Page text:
Could there be life on Mars? It is the “big question” that we have been asking ourselves for a long time. Mars has an incredibly thin atmosphere, about 0.6 percent of Earth’s, which means it’s constantly bombarded by intense solar and galactic cosmic radiation. Now, a team of scientists claims that a bacterium called Deinococcus radiodurans (also known as Conan, the bacterium) could survive 280 million years on Mars, nearly 300 times longer than previously assumed, if it were buried some 10 meters below. from the surface of the Red Planet, shielded from radiation.
The most resistant bacteria in the world
Conan the bacterium is even listed in the Guinness Book of Records as the world’s hardiest known bacterium . Something like a super hero from the world of microorganisms.
The researchers exposed six types of terrestrial bacteria and fungi (including Conan the bacterium) to a dry, frozen, simulated Martian surface , and applied gamma rays or protons to mimic radiation in space. They also exposed the samples to much smaller doses than would occur if a microorganism were deeply buried . They found that Conan the bacterium survived astronomical amounts of radiation in the arid, icy environment, far outperforming Bacillus spores, which can survive on Earth for millions of years. Apparently their chromosomes are locked together , keeping them in perfect alignment and ready to repair themselves after intense radiation.
A bacterium like Conan the bacterium could withstand 140,000 grays (Gy) of radiation, 28,000 times more than would kill a human. Buried 10 cm below the Martian surface, the survival period would be 1.5 million years, but at 10 meters deep, it could survive a whopping 280 million years, the researchers say. That means a similar bacterium that evolved when running water still existed on the surface of Mars could still be dormant below the surface of the Red Planet.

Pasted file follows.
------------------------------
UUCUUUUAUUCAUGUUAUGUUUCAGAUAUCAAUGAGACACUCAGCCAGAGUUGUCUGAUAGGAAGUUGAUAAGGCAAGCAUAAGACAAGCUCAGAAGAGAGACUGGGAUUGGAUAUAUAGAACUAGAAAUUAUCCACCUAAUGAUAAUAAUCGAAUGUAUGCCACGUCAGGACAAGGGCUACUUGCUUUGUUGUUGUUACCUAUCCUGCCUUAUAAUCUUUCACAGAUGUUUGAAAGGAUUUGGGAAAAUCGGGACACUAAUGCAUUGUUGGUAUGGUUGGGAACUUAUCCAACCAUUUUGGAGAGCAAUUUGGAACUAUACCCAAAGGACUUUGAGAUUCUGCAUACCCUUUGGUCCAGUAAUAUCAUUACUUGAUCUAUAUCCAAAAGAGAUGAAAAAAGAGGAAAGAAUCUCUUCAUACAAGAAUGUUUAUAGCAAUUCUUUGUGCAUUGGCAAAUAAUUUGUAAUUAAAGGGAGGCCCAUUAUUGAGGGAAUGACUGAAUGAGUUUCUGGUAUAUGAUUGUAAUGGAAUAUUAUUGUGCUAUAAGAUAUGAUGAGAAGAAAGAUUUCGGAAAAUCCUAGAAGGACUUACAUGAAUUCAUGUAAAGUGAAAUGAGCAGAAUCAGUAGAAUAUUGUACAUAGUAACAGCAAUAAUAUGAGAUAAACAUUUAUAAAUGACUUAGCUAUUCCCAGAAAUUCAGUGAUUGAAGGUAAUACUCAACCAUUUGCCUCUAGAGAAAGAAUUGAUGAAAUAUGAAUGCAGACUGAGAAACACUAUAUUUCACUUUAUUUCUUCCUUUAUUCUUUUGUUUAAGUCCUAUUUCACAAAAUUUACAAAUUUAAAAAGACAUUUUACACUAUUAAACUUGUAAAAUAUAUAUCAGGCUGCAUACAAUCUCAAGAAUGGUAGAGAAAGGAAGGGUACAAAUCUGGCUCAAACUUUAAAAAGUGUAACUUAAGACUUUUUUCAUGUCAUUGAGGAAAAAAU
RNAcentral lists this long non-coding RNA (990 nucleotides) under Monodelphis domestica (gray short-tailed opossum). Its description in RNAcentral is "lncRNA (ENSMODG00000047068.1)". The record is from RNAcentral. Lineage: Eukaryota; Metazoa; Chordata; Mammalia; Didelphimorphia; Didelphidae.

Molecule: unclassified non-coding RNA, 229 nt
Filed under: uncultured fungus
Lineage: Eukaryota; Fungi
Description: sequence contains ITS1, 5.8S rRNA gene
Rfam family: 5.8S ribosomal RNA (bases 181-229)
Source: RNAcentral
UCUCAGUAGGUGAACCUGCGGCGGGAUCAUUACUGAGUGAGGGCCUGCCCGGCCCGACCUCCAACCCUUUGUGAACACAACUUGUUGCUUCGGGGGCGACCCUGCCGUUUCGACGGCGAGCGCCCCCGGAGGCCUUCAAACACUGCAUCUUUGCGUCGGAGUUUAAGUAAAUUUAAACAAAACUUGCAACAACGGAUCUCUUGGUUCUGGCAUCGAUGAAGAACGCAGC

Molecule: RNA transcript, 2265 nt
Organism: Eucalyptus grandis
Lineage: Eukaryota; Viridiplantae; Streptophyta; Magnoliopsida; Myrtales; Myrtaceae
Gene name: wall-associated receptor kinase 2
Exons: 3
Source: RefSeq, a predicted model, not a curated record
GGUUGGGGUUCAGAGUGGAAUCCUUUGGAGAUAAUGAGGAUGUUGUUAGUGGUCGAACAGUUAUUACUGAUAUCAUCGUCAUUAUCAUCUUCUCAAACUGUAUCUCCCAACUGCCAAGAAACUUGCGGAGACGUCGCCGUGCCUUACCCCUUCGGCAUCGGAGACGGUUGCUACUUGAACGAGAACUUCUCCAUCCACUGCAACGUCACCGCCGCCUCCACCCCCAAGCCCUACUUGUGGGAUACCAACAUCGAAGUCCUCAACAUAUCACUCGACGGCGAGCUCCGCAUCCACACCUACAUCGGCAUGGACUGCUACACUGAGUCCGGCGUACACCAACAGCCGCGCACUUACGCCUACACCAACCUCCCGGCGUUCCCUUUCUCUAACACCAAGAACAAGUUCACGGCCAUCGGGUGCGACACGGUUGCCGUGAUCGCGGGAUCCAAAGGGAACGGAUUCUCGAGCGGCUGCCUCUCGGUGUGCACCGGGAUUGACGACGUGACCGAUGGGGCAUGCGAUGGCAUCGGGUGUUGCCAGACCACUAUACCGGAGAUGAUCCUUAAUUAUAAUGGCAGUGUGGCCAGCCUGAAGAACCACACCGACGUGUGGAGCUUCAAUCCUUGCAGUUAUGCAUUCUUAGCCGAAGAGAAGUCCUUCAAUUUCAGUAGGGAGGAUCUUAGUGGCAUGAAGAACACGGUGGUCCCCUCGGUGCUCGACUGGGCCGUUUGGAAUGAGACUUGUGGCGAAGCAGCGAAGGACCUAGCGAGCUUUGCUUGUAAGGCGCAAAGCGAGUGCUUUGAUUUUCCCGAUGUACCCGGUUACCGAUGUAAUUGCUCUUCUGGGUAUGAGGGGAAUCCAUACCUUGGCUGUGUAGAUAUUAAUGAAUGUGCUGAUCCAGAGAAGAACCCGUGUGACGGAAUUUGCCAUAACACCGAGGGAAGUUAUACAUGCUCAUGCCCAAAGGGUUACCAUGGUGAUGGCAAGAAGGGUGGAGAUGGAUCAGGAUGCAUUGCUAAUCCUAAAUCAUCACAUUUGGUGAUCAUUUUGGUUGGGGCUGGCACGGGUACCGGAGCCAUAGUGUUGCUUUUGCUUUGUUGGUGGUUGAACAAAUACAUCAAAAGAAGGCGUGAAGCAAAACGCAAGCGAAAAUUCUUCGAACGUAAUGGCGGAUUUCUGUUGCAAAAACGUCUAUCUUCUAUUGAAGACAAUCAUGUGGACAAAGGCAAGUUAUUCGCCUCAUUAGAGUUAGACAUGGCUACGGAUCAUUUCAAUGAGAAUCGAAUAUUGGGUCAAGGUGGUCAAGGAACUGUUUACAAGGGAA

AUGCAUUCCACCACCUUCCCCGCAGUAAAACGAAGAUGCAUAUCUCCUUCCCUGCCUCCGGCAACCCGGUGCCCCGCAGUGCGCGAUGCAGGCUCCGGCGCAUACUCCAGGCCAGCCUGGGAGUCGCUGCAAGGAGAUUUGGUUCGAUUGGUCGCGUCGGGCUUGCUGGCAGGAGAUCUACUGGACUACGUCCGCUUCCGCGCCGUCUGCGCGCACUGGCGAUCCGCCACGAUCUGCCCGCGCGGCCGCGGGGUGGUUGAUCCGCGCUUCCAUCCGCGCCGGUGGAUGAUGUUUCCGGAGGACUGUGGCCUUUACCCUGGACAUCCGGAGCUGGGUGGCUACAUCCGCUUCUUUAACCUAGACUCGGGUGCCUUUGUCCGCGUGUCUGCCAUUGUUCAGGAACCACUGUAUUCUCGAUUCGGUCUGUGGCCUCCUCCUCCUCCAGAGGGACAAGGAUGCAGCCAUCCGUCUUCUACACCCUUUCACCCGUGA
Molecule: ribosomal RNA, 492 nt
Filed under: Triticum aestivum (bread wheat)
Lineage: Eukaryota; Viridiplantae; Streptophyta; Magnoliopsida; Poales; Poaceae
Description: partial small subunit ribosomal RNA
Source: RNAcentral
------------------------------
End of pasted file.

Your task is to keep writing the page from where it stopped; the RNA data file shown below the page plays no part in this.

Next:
The results of the current study published in the journal Astrobiology prove that certain strains of bacteria can survive even in the harsh environment of Mars , raising the possibility that future manned missions could contaminate the Red Planet and bring Martian bacteria back to Earth. . But it also means that future missions (such as ExoMars or the Mars Life Explorer) are more likely than we previously thought to find bacterial life.
“Although D. radiodurans buried in the Martian subsurface could not survive dormant for the estimated 2 to 2.5 billion years since flowing water disappeared on Mars, such Martian environments are regularly altered and melted by meteorite impacts,” explained Michael Daly . , a professor of pathology at the Uniformed Services Health Sciences University (USU) and a member of the Planetary Protection Committee of the National Academies, who led the study. “We suggest that periodic melting could allow intermittent repopulation and dispersal. Furthermore, if Martian life ever existed, even if there are no viable life forms on Mars now, its macromolecules and viruses would survive much, much longer. That strengthens the likelihood that if life ever evolved on Mars , this will be revealed in future missions.”
the negative side
“Our model organisms serve as proxies for both the forward contamination of Mars and the backward contamination of Earth, both of which must be avoided,” says Daly.
“We concluded that terrestrial contamination on Mars would be essentially permanent, over time periods of thousands of years,” says Brian Hoffman, co-author of the paper. “This could complicate scientific efforts to search for Martian life. Likewise, if microbes evolved on Mars, they might be able to survive to the present day. That means that returning samples from Mars could contaminate the Earth”, clarifies the expert.
Why is this study important?
NASA and the European Space Agency (ESA) aim to bring samples from Mars to Earth sometime in the 2030s thanks to their ambitious Mars Sample Return mission. When they do, they will be looking for these possible sleeping bacteria. Will we find microbial life in samples from Mars?
Referencia: “Effects of desiccation and freezing on microbial ionizing radiation survivability: Considerations for Mars sample-return” 25 October 2022, Astrobiology.
The study was supported by the Defense Threat Reduction Agency (grant number HDTRA1620354) and the National Institutes of Health (grant number GM111097).